Our sweetie pies

Our sweetie pies

Sunday, February 27, 2011

A peace like no other

"Humble yourselves, therefore under God's mighty hand, that he may lift you up in due time. Cast all your anxiety on him because he cares for you. Be self controlled and alert. Your enemy the devil prowls around like a roaring lion looking for someone to devour." 1 Peter 5:6-8

Right now, I am feeling overwhelmed. Not only do we have a diabetic 3 year old, but I also have a 17 year old that is finishing applying to colleges. She wants my help to write one last essay. I also have a six year old that wasn't quite ready for first grade this year, so I decided to homeschool her to give her time to catch up and get solid ready for 1st grade next year. then our 3 year old diabetic also has a 3 year old twin brother that needs care and attention. And...a 15 month old baby! Our baby was the one that used to get all the scheduling and naps and food routines. Now he is in the background as our daughter needs more scheduling, more food routines and shots.

How am I to do all of this? I took this scripture from my Bible study I am working on. Prior to this scripture, the study said to cast all of your duties on God and let him help show you the priorities. I feel all of these are priorities. I'm not talking about mopping. I've already decided cleaning, and meal plans were not as important this week as just getting everyone through the day. what am I to do?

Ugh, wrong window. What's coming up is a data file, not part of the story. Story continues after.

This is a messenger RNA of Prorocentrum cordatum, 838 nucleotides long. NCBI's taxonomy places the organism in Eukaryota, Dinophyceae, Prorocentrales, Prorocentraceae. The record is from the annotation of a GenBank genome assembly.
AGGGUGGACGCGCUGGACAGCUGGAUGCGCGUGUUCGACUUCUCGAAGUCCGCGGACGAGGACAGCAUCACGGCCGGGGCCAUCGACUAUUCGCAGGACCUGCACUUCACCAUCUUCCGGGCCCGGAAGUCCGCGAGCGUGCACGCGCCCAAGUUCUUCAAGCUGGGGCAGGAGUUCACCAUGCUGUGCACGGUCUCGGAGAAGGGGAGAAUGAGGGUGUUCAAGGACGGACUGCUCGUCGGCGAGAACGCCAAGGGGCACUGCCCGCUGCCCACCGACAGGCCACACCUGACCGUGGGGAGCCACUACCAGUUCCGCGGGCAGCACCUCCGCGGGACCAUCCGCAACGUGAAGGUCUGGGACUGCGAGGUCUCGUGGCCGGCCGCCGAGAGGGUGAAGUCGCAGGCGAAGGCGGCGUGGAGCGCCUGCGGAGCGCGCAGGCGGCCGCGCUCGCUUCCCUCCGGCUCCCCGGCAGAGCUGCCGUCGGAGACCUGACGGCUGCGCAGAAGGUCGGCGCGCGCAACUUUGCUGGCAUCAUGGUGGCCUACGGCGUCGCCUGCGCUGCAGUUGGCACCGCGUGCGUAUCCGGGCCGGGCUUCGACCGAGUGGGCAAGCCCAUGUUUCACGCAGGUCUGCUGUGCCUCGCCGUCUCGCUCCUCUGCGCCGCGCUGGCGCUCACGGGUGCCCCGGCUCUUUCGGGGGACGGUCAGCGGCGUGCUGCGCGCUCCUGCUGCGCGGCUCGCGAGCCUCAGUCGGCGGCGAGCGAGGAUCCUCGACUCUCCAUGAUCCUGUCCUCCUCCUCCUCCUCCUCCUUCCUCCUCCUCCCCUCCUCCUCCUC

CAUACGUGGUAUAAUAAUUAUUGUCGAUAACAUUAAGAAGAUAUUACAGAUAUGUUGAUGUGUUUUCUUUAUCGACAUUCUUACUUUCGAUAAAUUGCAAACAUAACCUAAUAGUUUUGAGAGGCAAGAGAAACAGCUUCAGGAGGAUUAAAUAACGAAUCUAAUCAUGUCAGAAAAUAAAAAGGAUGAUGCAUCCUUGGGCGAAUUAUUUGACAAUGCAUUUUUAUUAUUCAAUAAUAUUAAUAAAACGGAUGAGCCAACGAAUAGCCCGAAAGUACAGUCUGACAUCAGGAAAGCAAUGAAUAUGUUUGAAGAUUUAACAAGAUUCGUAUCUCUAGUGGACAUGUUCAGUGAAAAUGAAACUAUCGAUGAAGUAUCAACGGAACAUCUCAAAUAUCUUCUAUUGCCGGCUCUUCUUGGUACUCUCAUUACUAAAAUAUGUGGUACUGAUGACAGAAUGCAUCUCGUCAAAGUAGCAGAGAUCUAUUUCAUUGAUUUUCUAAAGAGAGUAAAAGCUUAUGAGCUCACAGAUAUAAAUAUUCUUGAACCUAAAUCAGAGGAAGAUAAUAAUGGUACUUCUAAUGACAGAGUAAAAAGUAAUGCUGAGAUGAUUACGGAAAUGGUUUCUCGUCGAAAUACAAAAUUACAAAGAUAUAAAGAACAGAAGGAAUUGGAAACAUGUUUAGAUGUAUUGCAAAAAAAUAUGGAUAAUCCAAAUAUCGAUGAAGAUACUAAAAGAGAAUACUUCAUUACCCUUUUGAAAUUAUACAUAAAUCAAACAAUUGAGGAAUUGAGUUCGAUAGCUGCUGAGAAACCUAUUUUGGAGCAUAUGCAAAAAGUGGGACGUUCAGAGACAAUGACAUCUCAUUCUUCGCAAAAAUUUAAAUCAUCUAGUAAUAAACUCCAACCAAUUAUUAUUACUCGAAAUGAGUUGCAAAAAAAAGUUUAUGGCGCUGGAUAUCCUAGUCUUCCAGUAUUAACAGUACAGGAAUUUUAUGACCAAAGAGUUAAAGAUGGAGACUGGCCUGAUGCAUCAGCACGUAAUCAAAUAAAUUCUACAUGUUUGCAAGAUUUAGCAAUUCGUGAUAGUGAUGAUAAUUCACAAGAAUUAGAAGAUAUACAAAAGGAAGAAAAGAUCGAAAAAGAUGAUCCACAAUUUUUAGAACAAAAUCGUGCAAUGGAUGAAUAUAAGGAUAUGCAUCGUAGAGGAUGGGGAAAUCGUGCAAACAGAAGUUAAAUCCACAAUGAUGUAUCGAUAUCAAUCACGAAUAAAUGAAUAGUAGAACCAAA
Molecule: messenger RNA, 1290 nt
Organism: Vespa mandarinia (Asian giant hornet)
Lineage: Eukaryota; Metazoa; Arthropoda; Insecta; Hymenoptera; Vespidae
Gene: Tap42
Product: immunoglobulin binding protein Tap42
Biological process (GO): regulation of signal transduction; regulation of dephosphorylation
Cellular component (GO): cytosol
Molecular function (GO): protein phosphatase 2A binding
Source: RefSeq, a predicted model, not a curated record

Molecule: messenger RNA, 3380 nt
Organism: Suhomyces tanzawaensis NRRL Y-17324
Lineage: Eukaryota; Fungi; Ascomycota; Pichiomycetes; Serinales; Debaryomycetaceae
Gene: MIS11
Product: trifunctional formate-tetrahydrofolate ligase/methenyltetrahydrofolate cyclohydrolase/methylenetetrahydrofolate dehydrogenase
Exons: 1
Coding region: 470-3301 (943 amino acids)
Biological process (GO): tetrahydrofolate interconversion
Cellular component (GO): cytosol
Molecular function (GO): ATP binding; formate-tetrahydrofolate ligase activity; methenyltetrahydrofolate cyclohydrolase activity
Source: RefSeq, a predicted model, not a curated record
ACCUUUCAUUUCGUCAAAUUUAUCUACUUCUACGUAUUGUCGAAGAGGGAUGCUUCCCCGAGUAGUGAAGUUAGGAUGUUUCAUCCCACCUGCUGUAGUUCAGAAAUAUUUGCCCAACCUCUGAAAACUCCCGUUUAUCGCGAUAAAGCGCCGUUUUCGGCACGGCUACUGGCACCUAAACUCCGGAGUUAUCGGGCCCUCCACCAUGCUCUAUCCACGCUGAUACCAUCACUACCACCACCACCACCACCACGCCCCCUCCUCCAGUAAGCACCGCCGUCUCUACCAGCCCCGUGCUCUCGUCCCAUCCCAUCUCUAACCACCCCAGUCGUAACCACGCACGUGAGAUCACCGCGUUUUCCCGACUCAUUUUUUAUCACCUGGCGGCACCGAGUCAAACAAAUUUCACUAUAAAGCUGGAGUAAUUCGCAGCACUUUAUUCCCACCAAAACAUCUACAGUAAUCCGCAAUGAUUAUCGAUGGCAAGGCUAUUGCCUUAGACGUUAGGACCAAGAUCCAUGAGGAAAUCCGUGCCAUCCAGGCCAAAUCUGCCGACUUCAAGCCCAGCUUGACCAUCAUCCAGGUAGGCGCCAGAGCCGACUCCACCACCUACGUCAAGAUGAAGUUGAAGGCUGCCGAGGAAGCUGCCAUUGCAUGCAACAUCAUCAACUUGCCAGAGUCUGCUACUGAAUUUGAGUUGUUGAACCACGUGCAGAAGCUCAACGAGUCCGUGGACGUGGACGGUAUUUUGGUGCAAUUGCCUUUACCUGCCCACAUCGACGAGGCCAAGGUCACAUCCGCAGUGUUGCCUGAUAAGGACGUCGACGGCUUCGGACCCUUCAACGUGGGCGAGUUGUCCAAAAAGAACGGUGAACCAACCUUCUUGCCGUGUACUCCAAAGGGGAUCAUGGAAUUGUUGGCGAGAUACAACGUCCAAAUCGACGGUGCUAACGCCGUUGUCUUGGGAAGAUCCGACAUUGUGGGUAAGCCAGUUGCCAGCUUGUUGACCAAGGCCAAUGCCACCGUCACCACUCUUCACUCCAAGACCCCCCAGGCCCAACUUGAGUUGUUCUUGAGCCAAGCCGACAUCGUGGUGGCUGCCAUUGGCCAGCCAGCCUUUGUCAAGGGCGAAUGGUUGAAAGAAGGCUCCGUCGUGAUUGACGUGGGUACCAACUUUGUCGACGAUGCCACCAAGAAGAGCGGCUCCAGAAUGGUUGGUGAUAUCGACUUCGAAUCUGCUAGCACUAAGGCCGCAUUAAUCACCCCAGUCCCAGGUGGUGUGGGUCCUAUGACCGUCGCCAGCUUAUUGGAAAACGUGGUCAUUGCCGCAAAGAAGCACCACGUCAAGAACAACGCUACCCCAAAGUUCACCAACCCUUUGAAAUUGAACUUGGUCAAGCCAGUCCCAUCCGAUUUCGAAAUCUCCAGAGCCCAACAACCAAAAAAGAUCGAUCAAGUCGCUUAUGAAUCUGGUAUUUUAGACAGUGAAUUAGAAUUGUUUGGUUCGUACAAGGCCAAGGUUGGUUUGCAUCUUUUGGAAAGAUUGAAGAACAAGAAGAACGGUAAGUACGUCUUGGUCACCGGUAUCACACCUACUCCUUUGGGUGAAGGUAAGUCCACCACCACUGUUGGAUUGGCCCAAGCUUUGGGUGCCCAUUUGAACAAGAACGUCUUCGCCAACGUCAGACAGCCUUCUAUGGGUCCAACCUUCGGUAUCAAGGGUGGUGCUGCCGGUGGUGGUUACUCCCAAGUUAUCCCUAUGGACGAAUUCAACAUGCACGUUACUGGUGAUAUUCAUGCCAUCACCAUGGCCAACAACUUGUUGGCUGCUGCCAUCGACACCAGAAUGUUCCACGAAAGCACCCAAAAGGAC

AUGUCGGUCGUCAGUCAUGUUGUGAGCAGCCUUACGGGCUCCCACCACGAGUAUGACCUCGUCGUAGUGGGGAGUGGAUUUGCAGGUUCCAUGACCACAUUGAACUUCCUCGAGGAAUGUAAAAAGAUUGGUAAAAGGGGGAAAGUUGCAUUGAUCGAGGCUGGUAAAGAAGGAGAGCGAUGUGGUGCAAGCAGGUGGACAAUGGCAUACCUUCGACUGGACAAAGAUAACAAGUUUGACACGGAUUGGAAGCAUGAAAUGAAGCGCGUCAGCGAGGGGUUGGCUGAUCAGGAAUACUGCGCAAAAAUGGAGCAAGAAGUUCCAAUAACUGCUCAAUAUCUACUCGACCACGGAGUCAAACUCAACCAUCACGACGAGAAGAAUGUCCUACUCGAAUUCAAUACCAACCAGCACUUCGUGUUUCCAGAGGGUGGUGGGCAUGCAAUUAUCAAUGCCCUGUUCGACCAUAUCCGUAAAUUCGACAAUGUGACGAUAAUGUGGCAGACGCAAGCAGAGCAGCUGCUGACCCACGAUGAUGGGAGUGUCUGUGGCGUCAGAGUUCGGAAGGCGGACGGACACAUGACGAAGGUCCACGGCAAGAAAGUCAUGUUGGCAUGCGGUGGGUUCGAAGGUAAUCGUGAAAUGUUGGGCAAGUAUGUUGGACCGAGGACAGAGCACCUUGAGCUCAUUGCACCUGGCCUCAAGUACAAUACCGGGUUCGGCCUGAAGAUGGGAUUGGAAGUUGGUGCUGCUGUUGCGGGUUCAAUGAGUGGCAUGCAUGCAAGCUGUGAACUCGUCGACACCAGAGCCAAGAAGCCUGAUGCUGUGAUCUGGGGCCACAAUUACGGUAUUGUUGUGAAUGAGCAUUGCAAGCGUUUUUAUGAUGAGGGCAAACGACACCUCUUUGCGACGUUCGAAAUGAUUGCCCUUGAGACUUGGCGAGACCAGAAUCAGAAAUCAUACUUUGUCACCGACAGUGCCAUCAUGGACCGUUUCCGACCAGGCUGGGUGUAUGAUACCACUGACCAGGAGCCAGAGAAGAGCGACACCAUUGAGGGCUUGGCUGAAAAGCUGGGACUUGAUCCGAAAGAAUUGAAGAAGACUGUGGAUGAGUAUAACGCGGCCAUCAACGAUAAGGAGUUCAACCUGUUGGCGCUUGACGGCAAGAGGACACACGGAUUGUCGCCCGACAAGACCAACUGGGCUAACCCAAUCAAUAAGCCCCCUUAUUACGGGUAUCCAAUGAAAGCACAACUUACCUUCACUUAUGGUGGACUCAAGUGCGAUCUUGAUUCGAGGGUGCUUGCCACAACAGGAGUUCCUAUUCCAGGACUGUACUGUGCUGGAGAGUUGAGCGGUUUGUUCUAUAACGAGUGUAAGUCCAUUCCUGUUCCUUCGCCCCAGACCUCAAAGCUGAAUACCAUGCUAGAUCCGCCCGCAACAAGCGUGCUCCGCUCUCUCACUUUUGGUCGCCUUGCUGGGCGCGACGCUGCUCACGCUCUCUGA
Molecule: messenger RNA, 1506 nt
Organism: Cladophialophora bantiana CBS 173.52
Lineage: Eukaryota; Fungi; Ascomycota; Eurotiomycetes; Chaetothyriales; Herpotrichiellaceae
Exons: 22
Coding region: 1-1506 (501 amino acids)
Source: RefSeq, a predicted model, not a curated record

We are limited on income as I stopped teaching several years ago to be home with the kids. So I don't know how we would pay for the school I want my daughter to attend or preschool for a few mornings a week for the twins. The twins are ready for preschool. I know they would love it. But how could we afford it right now? This is why I'm homeschooling. But now I feel to drained to do it all anymore.